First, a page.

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REVIEW: Another Look at The Korean Drama Addict (Theater Mu/Park Square)

A scene from The Korean Drama Addict’s Guide to Losing Your Virginity. Photo by Rich Ryan.

Theater Mu and Park Square Theatre’s joint production of The Korean Drama Addict’s Guide to Losing Your Virginity has sold out much of it’s run in St. Paul, including added performances. In today’s review, Bev Wolfe goes back to the production for a second look at this popular show.

Ever watch Korean Dramas or K-dramas (Korean soap operas)?  I haven’t, but I grew up watching my mother’s soap operas.  As far as I can tell from attending The Korean Drama Addict’s Guide to Losing Your Virginity, the two forms of soap opera appear similar and equally addictive.  Theater Mu commissioned playwright May Lee-Yang to write Korean Drama and the theatre’s artistic director Randy Reyes brings Lee-Yang’s play to the stage.  The result is an Asian orientated love story that sparkles with humor and insights about both Korean culture and the transplanted Hmong culture in St. Paul, Minnesota.

Gao Hlee (Dexieng Yang) is a young American Hmong woman who works as a personality coach and lives with her mother.  She appears to have a thriving profession and she has taken on a new client, a Korean businessman by the name of Benedict (Brian Kim).  Hlee is a spunky free spirit who willingly gives up four hours of sleep every night to watch K-Dramas on the web.   We know that Hlee is going to fall in love with Benedict, since Hlee’s cell phone coincidentally rings with a romantic musical crescendo when they first meet.  (This turns out to be the first of several cell phone gags in the show.)  Benedict is initially an arrogant bore; his mother has hired Hlee to improve his personality for running the family business in Minnesota.  Hlee has her work cut out for her, as Benedict sees no need for a personality coach and he is not used to an employee being so bold and honest with him.

Other major characters include Hlee’s mom (Phasoua Vang), Benedict’s right hand man Secretary Kim (Clay Man Soo) and Benedict’s mother (Katie Bradley).  Additional performers start out the show as a Greek chorus, which is used to briefly explain to the audience what the usual storylines are for K-Dramas.  The chorus was a useful vehicle and I was disappointed that it was not used throughout the play.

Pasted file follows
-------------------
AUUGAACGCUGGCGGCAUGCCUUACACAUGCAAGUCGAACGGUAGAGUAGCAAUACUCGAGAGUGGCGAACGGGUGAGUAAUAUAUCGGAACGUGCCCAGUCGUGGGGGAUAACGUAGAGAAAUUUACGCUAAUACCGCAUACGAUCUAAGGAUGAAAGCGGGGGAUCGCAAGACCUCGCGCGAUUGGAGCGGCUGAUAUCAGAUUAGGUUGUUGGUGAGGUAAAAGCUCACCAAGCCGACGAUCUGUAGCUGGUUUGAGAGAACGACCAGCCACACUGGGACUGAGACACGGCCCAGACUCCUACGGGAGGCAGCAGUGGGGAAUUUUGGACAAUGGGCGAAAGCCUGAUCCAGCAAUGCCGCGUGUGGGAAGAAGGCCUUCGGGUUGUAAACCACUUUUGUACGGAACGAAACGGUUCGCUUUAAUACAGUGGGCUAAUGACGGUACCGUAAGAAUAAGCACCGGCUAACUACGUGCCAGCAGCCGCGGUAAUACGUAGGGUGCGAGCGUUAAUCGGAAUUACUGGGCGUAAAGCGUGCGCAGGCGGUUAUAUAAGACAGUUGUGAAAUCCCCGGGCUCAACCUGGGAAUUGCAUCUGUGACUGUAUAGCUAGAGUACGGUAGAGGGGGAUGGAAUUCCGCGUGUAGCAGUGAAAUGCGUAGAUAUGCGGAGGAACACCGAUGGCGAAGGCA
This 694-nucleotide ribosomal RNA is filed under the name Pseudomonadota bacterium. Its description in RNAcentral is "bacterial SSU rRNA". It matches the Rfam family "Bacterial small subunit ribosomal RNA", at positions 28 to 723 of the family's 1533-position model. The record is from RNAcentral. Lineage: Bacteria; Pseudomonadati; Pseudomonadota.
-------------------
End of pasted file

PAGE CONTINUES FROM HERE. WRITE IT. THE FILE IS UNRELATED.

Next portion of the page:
The show contains numerous laughs and Yang and Kim make for a very believable couple in the end.  Yang more than holds her own as an equal to Kim’s Benedict, directing put-downs at him and repeatedly explaining the relevant differences between Hmong and Korean culture.  Kim makes Benedict’s evolution from being a snob to that of an empathetic employer very believable.  He also does a nice job with the umbrella jokes.  Soo’s character, a subservient secretary, plays well off his boss’ gruffness – but his character seems too young and inexperienced in the ways of love to have been in a boy band with Benedict when they were both in high school. Vang, playing a traditional Hmong mother, does a great job showing how similar she is to any American mother.  Bradley as Benedict’s mother could easily compete with Joan Collins for the role of Alexis Carrington.

As much fun as Korean Drama was to attend, at times it appears to be a work-in-progress.  Weaving the original chorus throughout the show would have been intriguing.  The most noticeable issue, however, is the long running time (2 hours and 40 minutes with intermission) and that the show threw in too many elements and had too many endings – something that is less of a problem in an ongoing series than it is a single theatrical play.  The show could easily cut elements such as the American racist karaoke song scene as well as the subplot of a Korean fiancé for Benedict, improving its pacing without being detrimental to the story. These flow and pacing concerns aside, it is a very entertaining show whose humor provides great insight into Asian-Minnesota cultures.

Korean Drama plays at the Andy Boss Thrust Stage at Park Square Theatre through August 19, 2018.

Bev Wolfe